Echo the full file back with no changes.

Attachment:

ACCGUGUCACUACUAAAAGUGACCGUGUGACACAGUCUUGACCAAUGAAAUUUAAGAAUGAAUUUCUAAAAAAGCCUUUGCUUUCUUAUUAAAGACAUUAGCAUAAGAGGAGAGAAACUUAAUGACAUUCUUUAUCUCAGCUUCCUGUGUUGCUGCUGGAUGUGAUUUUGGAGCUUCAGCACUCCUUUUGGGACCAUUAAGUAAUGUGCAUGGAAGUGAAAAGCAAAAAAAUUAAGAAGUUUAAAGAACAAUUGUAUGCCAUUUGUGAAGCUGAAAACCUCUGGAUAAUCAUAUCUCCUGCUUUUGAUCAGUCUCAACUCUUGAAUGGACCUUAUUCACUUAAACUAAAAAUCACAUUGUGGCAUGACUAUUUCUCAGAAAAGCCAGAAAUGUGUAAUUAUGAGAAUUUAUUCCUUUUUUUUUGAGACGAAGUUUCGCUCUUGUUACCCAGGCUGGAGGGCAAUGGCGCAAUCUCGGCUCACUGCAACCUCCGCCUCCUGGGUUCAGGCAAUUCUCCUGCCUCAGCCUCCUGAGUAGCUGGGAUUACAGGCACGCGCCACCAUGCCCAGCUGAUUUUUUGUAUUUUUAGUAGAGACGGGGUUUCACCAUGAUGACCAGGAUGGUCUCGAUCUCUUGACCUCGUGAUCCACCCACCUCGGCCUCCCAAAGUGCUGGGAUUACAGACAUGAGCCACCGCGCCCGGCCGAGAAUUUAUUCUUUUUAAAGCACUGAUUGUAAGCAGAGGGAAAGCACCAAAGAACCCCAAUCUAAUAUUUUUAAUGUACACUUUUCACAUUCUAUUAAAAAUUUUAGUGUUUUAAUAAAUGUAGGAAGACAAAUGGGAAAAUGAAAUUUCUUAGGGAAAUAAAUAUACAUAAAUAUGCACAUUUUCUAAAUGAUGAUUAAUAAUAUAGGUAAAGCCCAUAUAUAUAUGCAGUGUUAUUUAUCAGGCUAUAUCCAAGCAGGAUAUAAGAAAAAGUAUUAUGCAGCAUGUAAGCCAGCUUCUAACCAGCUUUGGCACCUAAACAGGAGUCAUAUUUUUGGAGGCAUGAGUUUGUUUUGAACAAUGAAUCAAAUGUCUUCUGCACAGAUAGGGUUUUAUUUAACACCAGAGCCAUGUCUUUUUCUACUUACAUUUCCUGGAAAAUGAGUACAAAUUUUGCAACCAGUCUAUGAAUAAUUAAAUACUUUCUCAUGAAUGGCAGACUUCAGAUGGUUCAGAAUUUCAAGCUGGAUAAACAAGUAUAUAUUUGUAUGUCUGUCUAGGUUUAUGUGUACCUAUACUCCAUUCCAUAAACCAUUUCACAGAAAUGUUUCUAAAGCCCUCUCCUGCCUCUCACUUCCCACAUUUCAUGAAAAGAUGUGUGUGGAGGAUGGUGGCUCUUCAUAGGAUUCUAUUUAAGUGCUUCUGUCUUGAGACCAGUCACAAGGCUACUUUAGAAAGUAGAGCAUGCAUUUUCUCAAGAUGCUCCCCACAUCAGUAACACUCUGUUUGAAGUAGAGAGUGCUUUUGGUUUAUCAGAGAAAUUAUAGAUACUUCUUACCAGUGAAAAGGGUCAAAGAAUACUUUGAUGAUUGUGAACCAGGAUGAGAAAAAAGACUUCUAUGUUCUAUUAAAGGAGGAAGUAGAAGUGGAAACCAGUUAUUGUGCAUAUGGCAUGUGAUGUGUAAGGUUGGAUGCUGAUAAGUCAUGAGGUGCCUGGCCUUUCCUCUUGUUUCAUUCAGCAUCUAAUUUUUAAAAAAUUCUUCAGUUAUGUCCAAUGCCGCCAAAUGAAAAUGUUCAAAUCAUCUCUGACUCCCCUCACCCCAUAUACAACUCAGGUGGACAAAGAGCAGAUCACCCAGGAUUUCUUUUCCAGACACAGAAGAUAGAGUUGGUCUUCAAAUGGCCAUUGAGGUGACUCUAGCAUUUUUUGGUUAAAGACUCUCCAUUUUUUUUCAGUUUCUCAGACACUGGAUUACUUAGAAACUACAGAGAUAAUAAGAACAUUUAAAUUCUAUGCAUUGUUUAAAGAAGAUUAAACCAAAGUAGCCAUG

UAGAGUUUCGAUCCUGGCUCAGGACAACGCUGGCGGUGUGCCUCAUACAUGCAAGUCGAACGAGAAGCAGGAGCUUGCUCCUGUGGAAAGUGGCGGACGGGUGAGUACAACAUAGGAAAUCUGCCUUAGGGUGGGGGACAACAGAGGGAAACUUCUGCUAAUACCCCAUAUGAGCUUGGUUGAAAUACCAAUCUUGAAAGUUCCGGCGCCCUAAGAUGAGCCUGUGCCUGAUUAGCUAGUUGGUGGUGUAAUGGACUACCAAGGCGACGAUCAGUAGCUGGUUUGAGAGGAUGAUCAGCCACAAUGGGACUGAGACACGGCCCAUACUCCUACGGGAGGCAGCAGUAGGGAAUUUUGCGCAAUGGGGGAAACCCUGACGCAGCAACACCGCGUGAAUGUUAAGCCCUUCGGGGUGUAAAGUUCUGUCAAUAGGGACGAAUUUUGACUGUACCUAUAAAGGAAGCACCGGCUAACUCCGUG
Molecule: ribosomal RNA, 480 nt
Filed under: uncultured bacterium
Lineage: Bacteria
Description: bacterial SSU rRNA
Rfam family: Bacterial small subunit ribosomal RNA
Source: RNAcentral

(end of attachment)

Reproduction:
ACCGUGUCACUACUAAAAGUGACCGUGUGACACAGUCUUGACCAAUGAAAUUUAAGAAUGAAUUUCUAAAAAAGCCUUUGCUUUCUUAUUAAAGACAUUAGCAUAAGAGGAGAGAAACUUAAUGACAUUCUUUAUCUCAGCUUCCUGUGUUGCUGCUGGAUGUGAUUUUGGAGCUUCAGCACUCCUUUUGGGACCAUUAAGUAAUGUGCAUGGAAGUGAAAAGCAAAAAAAUUAAGAAGUUUAAAGAACAAUUGUAUGCCAUUUGUGAAGCUGAAAACCUCUGGAUAAUCAUAUCUCCUGCUUUUGAUCAGUCUCAACUCUUGAAUGGACCUUAUUCACUUAAACUAAAAAUCACAUUGUGGCAUGACUAUUUCUCAGAAAAGCCAGAAAUGUGUAAUUAUGAGAAUUUAUUCCUUUUUUUUUGAGACGAAGUUUCGCUCUUGUUACCCAGGCUGGAGGGCAAUGGCGCAAUCUCGGCUCACUGCAACCUCCGCCUCCUGGGUUCAGGCAAUUCUCCUGCCUCAGCCUCCUGAGUAGCUGGGAUUACAGGCACGCGCCACCAUGCCCAGCUGAUUUUUUGUAUUUUUAGUAGAGACGGGGUUUCACCAUGAUGACCAGGAUGGUCUCGAUCUCUUGACCUCGUGAUCCACCCACCUCGGCCUCCCAAAGUGCUGGGAUUACAGACAUGAGCCACCGCGCCCGGCCGAGAAUUUAUUCUUUUUAAAGCACUGAUUGUAAGCAGAGGGAAAGCACCAAAGAACCCCAAUCUAAUAUUUUUAAUGUACACUUUUCACAUUCUAUUAAAAAUUUUAGUGUUUUAAUAAAUGUAGGAAGACAAAUGGGAAAAUGAAAUUUCUUAGGGAAAUAAAUAUACAUAAAUAUGCACAUUUUCUAAAUGAUGAUUAAUAAUAUAGGUAAAGCCCAUAUAUAUAUGCAGUGUUAUUUAUCAGGCUAUAUCCAAGCAGGAUAUAAGAAAAAGUAUUAUGCAGCAUGUAAGCCAGCUUCUAACCAGCUUUGGCACCUAAACAGGAGUCAUAUUUUUGGAGGCAUGAGUUUGUUUUGAACAAUGAAUCAAAUGUCUUCUGCACAGAUAGGGUUUUAUUUAACACCAGAGCCAUGUCUUUUUCUACUUACAUUUCCUGGAAAAUGAGUACAAAUUUUGCAACCAGUCUAUGAAUAAUUAAAUACUUUCUCAUGAAUGGCAGACUUCAGAUGGUUCAGAAUUUCAAGCUGGAUAAACAAGUAUAUAUUUGUAUGUCUGUCUAGGUUUAUGUGUACCUAUACUCCAUUCCAUAAACCAUUUCACAGAAAUGUUUCUAAAGCCCUCUCCUGCCUCUCACUUCCCACAUUUCAUGAAAAGAUGUGUGUGGAGGAUGGUGGCUCUUCAUAGGAUUCUAUUUAAGUGCUUCUGUCUUGAGACCAGUCACAAGGCUACUUUAGAAAGUAGAGCAUGCAUUUUCUCAAGAUGCUCCCCACAUCAGUAACACUCUGUUUGAAGUAGAGAGUGCUUUUGGUUUAUCAGAGAAAUUAUAGAUACUUCUUACCAGUGAAAAGGGUCAAAGAAUACUUUGAUGAUUGUGAACCAGGAUGAGAAAAAAGACUUCUAUGUUCUAUUAAAGGAGGAAGUAGAAGUGGAAACCAGUUAUUGUGCAUAUGGCAUGUGAUGUGUAAGGUUGGAUGCUGAUAAGUCAUGAGGUGCCUGGCCUUUCCUCUUGUUUCAUUCAGCAUCUAAUUUUUAAAAAAUUCUUCAGUUAUGUCCAAUGCCGCCAAAUGAAAAUGUUCAAAUCAUCUCUGACUCCCCUCACCCCAUAUACAACUCAGGUGGACAAAGAGCAGAUCACCCAGGAUUUCUUUUCCAGACACAGAAGAUAGAGUUGGUCUUCAAAUGGCCAUUGAGGUGACUCUAGCAUUUUUUGGUUAAAGACUCUCCAUUUUUUUUCAGUUUCUCAGACACUGGAUUACUUAGAAACUACAGAGAUAAUAAGAACAUUUAAAUUCUAUGCAUUGUUUAAAGAAGAUUAAACCAAAGUAGCCAUG

UAGAGUUUCGAUCCUGGCUCAGGACAACGCUGGCGGUGUGCCUCAUACAUGCAAGUCGAACGAGAAGCAGGAGCUUGCUCCUGUGGAAAGUGGCGGACGGGUGAGUACAACAUAGGAAAUCUGCCUUAGGGUGGGGGACAACAGAGGGAAACUUCUGCUAAUACCCCAUAUGAGCUUGGUUGAAAUACCAAUCUUGAAAGUUCCGGCGCCCUAAGAUGAGCCUGUGCCUGAUUAGCUAGUUGGUGGUGUAAUGGACUACCAAGGCGACGAUCAGUAGCUGGUUUGAGAGGAUGAUCAGCCACAAUGGGACUGAGACACGGCCCAUACUCCUACGGGAGGCAGCAGUAGGGAAUUUUGCGCAAUGGGGGAAACCCUGACGCAGCAACACCGCGUGAAUGUUAAGCCCUUCGGGGUGUAAAGUUCUGUCAAUAGGGACGAAUUUUGACUGUACCUAUAAAGGAAGCACCGGCUAACUCCGUG
Molecule: ribosomal RNA, 480 nt
Filed under: uncultured bacterium
Lineage: Bacteria
Description: bacterial SSU rRNA
Rfam family: Bacterial small subunit ribosomal RNA
Source: RNAcentral